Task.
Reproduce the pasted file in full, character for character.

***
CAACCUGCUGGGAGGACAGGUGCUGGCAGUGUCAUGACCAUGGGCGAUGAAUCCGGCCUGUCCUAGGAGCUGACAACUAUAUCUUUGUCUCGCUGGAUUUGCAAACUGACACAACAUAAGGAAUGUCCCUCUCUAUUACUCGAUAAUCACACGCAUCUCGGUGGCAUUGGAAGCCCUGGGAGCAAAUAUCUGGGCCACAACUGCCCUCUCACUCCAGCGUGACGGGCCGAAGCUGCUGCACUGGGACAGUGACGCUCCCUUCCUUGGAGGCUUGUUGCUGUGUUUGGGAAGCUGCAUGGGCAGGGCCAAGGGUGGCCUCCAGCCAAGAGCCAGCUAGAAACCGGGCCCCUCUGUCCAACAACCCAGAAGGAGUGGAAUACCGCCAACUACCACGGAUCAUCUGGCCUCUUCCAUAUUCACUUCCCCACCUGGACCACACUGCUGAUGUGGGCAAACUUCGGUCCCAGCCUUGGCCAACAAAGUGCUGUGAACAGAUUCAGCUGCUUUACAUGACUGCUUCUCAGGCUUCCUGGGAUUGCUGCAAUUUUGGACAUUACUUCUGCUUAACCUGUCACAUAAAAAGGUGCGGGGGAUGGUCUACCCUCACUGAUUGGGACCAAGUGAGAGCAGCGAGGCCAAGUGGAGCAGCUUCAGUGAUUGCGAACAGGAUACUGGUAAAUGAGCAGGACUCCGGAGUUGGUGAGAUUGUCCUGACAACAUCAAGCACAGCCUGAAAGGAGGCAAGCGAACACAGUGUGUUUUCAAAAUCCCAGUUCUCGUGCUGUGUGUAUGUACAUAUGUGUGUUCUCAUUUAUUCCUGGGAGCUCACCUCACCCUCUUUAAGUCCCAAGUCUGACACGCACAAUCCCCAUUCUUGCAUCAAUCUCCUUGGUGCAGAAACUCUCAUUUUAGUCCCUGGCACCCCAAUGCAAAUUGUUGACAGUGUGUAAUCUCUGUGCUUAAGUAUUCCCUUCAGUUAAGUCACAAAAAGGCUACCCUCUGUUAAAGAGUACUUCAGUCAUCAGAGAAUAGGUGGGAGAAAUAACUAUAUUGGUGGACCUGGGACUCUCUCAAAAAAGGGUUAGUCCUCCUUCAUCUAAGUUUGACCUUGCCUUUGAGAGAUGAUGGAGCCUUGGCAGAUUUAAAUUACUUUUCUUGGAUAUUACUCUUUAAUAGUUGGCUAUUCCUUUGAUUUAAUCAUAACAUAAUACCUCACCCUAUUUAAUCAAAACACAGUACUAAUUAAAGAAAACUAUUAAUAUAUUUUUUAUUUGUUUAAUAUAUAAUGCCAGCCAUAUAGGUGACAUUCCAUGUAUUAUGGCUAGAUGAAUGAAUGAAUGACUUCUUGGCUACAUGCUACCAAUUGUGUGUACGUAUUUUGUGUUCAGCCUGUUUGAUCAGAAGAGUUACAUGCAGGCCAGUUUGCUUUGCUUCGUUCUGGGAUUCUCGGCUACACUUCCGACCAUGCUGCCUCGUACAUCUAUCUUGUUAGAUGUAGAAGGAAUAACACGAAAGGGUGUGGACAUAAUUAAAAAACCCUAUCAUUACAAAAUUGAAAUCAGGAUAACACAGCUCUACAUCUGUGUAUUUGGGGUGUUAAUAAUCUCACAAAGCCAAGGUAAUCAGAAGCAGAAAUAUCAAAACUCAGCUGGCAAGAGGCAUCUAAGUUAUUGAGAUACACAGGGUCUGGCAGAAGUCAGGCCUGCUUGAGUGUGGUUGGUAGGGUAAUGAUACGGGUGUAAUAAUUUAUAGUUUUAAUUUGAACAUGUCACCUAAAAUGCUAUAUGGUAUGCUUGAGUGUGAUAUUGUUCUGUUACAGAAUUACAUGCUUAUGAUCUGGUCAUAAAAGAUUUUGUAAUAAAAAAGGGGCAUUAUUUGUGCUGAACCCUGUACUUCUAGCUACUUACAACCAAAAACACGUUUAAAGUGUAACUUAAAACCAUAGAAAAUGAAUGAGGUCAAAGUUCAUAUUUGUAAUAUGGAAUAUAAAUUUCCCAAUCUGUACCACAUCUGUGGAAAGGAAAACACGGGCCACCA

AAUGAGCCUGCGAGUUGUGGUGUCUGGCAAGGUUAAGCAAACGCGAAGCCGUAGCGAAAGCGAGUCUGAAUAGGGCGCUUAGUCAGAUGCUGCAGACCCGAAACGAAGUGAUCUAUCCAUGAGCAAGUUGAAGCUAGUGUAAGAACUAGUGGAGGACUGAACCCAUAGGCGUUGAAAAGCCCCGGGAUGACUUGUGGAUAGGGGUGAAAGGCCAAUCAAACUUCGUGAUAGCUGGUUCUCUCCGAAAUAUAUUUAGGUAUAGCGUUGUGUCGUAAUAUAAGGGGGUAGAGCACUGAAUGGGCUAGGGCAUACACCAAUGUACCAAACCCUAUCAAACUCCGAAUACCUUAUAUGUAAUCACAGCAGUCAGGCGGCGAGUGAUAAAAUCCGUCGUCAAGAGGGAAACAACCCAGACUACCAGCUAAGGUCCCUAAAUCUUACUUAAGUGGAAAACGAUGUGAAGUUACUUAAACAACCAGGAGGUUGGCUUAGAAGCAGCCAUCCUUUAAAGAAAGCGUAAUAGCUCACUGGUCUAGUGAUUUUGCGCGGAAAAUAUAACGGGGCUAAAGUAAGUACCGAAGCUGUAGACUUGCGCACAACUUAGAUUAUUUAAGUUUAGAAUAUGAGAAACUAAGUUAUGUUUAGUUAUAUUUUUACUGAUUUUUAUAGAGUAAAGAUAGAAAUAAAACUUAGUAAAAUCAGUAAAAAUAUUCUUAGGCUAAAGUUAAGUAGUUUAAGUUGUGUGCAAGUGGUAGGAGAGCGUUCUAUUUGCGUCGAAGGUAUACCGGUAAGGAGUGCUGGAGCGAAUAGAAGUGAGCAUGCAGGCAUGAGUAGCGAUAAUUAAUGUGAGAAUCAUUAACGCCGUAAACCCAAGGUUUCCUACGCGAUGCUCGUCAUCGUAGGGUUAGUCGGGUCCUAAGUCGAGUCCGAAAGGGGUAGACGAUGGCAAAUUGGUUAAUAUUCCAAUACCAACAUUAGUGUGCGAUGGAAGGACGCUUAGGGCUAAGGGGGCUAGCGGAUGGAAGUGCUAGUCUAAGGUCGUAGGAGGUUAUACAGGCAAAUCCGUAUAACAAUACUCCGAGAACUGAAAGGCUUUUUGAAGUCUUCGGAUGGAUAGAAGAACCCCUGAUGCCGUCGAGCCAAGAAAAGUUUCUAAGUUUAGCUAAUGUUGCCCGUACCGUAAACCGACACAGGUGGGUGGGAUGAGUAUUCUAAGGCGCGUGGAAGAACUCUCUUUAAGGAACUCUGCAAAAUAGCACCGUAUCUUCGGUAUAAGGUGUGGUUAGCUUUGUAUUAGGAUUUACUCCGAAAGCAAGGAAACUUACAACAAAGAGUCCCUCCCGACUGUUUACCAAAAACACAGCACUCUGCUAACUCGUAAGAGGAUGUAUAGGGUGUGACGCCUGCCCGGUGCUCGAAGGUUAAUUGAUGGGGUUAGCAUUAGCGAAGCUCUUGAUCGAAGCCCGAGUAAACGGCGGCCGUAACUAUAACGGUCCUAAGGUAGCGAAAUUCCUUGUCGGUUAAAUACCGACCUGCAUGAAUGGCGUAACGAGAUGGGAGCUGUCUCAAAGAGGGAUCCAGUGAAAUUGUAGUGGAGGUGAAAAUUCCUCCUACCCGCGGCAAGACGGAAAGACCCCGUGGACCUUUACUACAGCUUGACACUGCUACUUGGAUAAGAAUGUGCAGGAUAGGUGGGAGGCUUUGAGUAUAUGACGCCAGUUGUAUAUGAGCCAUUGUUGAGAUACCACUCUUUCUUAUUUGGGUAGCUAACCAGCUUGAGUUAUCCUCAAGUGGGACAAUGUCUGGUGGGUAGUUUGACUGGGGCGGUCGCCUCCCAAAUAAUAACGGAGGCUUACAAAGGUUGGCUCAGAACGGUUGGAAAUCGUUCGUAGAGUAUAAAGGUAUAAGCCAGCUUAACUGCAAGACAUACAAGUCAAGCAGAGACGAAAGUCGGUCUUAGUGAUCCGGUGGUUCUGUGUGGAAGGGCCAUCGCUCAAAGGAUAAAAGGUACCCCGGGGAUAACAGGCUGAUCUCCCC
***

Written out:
CAACCUGCUGGGAGGACAGGUGCUGGCAGUGUCAUGACCAUGGGCGAUGAAUCCGGCCUGUCCUAGGAGCUGACAACUAUAUCUUUGUCUCGCUGGAUUUGCAAACUGACACAACAUAAGGAAUGUCCCUCUCUAUUACUCGAUAAUCACACGCAUCUCGGUGGCAUUGGAAGCCCUGGGAGCAAAUAUCUGGGCCACAACUGCCCUCUCACUCCAGCGUGACGGGCCGAAGCUGCUGCACUGGGACAGUGACGCUCCCUUCCUUGGAGGCUUGUUGCUGUGUUUGGGAAGCUGCAUGGGCAGGGCCAAGGGUGGCCUCCAGCCAAGAGCCAGCUAGAAACCGGGCCCCUCUGUCCAACAACCCAGAAGGAGUGGAAUACCGCCAACUACCACGGAUCAUCUGGCCUCUUCCAUAUUCACUUCCCCACCUGGACCACACUGCUGAUGUGGGCAAACUUCGGUCCCAGCCUUGGCCAACAAAGUGCUGUGAACAGAUUCAGCUGCUUUACAUGACUGCUUCUCAGGCUUCCUGGGAUUGCUGCAAUUUUGGACAUUACUUCUGCUUAACCUGUCACAUAAAAAGGUGCGGGGGAUGGUCUACCCUCACUGAUUGGGACCAAGUGAGAGCAGCGAGGCCAAGUGGAGCAGCUUCAGUGAUUGCGAACAGGAUACUGGUAAAUGAGCAGGACUCCGGAGUUGGUGAGAUUGUCCUGACAACAUCAAGCACAGCCUGAAAGGAGGCAAGCGAACACAGUGUGUUUUCAAAAUCCCAGUUCUCGUGCUGUGUGUAUGUACAUAUGUGUGUUCUCAUUUAUUCCUGGGAGCUCACCUCACCCUCUUUAAGUCCCAAGUCUGACACGCACAAUCCCCAUUCUUGCAUCAAUCUCCUUGGUGCAGAAACUCUCAUUUUAGUCCCUGGCACCCCAAUGCAAAUUGUUGACAGUGUGUAAUCUCUGUGCUUAAGUAUUCCCUUCAGUUAAGUCACAAAAAGGCUACCCUCUGUUAAAGAGUACUUCAGUCAUCAGAGAAUAGGUGGGAGAAAUAACUAUAUUGGUGGACCUGGGACUCUCUCAAAAAAGGGUUAGUCCUCCUUCAUCUAAGUUUGACCUUGCCUUUGAGAGAUGAUGGAGCCUUGGCAGAUUUAAAUUACUUUUCUUGGAUAUUACUCUUUAAUAGUUGGCUAUUCCUUUGAUUUAAUCAUAACAUAAUACCUCACCCUAUUUAAUCAAAACACAGUACUAAUUAAAGAAAACUAUUAAUAUAUUUUUUAUUUGUUUAAUAUAUAAUGCCAGCCAUAUAGGUGACAUUCCAUGUAUUAUGGCUAGAUGAAUGAAUGAAUGACUUCUUGGCUACAUGCUACCAAUUGUGUGUACGUAUUUUGUGUUCAGCCUGUUUGAUCAGAAGAGUUACAUGCAGGCCAGUUUGCUUUGCUUCGUUCUGGGAUUCUCGGCUACACUUCCGACCAUGCUGCCUCGUACAUCUAUCUUGUUAGAUGUAGAAGGAAUAACACGAAAGGGUGUGGACAUAAUUAAAAAACCCUAUCAUUACAAAAUUGAAAUCAGGAUAACACAGCUCUACAUCUGUGUAUUUGGGGUGUUAAUAAUCUCACAAAGCCAAGGUAAUCAGAAGCAGAAAUAUCAAAACUCAGCUGGCAAGAGGCAUCUAAGUUAUUGAGAUACACAGGGUCUGGCAGAAGUCAGGCCUGCUUGAGUGUGGUUGGUAGGGUAAUGAUACGGGUGUAAUAAUUUAUAGUUUUAAUUUGAACAUGUCACCUAAAAUGCUAUAUGGUAUGCUUGAGUGUGAUAUUGUUCUGUUACAGAAUUACAUGCUUAUGAUCUGGUCAUAAAAGAUUUUGUAAUAAAAAAGGGGCAUUAUUUGUGCUGAACCCUGUACUUCUAGCUACUUACAACCAAAAACACGUUUAAAGUGUAACUUAAAACCAUAGAAAAUGAAUGAGGUCAAAGUUCAUAUUUGUAAUAUGGAAUAUAAAUUUCCCAAUCUGUACCACAUCUGUGGAAAGGAAAACACGGGCCACCA

AAUGAGCCUGCGAGUUGUGGUGUCUGGCAAGGUUAAGCAAACGCGAAGCCGUAGCGAAAGCGAGUCUGAAUAGGGCGCUUAGUCAGAUGCUGCAGACCCGAAACGAAGUGAUCUAUCCAUGAGCAAGUUGAAGCUAGUGUAAGAACUAGUGGAGGACUGAACCCAUAGGCGUUGAAAAGCCCCGGGAUGACUUGUGGAUAGGGGUGAAAGGCCAAUCAAACUUCGUGAUAGCUGGUUCUCUCCGAAAUAUAUUUAGGUAUAGCGUUGUGUCGUAAUAUAAGGGGGUAGAGCACUGAAUGGGCUAGGGCAUACACCAAUGUACCAAACCCUAUCAAACUCCGAAUACCUUAUAUGUAAUCACAGCAGUCAGGCGGCGAGUGAUAAAAUCCGUCGUCAAGAGGGAAACAACCCAGACUACCAGCUAAGGUCCCUAAAUCUUACUUAAGUGGAAAACGAUGUGAAGUUACUUAAACAACCAGGAGGUUGGCUUAGAAGCAGCCAUCCUUUAAAGAAAGCGUAAUAGCUCACUGGUCUAGUGAUUUUGCGCGGAAAAUAUAACGGGGCUAAAGUAAGUACCGAAGCUGUAGACUUGCGCACAACUUAGAUUAUUUAAGUUUAGAAUAUGAGAAACUAAGUUAUGUUUAGUUAUAUUUUUACUGAUUUUUAUAGAGUAAAGAUAGAAAUAAAACUUAGUAAAAUCAGUAAAAAUAUUCUUAGGCUAAAGUUAAGUAGUUUAAGUUGUGUGCAAGUGGUAGGAGAGCGUUCUAUUUGCGUCGAAGGUAUACCGGUAAGGAGUGCUGGAGCGAAUAGAAGUGAGCAUGCAGGCAUGAGUAGCGAUAAUUAAUGUGAGAAUCAUUAACGCCGUAAACCCAAGGUUUCCUACGCGAUGCUCGUCAUCGUAGGGUUAGUCGGGUCCUAAGUCGAGUCCGAAAGGGGUAGACGAUGGCAAAUUGGUUAAUAUUCCAAUACCAACAUUAGUGUGCGAUGGAAGGACGCUUAGGGCUAAGGGGGCUAGCGGAUGGAAGUGCUAGUCUAAGGUCGUAGGAGGUUAUACAGGCAAAUCCGUAUAACAAUACUCCGAGAACUGAAAGGCUUUUUGAAGUCUUCGGAUGGAUAGAAGAACCCCUGAUGCCGUCGAGCCAAGAAAAGUUUCUAAGUUUAGCUAAUGUUGCCCGUACCGUAAACCGACACAGGUGGGUGGGAUGAGUAUUCUAAGGCGCGUGGAAGAACUCUCUUUAAGGAACUCUGCAAAAUAGCACCGUAUCUUCGGUAUAAGGUGUGGUUAGCUUUGUAUUAGGAUUUACUCCGAAAGCAAGGAAACUUACAACAAAGAGUCCCUCCCGACUGUUUACCAAAAACACAGCACUCUGCUAACUCGUAAGAGGAUGUAUAGGGUGUGACGCCUGCCCGGUGCUCGAAGGUUAAUUGAUGGGGUUAGCAUUAGCGAAGCUCUUGAUCGAAGCCCGAGUAAACGGCGGCCGUAACUAUAACGGUCCUAAGGUAGCGAAAUUCCUUGUCGGUUAAAUACCGACCUGCAUGAAUGGCGUAACGAGAUGGGAGCUGUCUCAAAGAGGGAUCCAGUGAAAUUGUAGUGGAGGUGAAAAUUCCUCCUACCCGCGGCAAGACGGAAAGACCCCGUGGACCUUUACUACAGCUUGACACUGCUACUUGGAUAAGAAUGUGCAGGAUAGGUGGGAGGCUUUGAGUAUAUGACGCCAGUUGUAUAUGAGCCAUUGUUGAGAUACCACUCUUUCUUAUUUGGGUAGCUAACCAGCUUGAGUUAUCCUCAAGUGGGACAAUGUCUGGUGGGUAGUUUGACUGGGGCGGUCGCCUCCCAAAUAAUAACGGAGGCUUACAAAGGUUGGCUCAGAACGGUUGGAAAUCGUUCGUAGAGUAUAAAGGUAUAAGCCAGCUUAACUGCAAGACAUACAAGUCAAGCAGAGACGAAAGUCGGUCUUAGUGAUCCGGUGGUUCUGUGUGGAAGGGCCAUCGCUCAAAGGAUAAAAGGUACCCCGGGGAUAACAGGCUGAUCUCCCC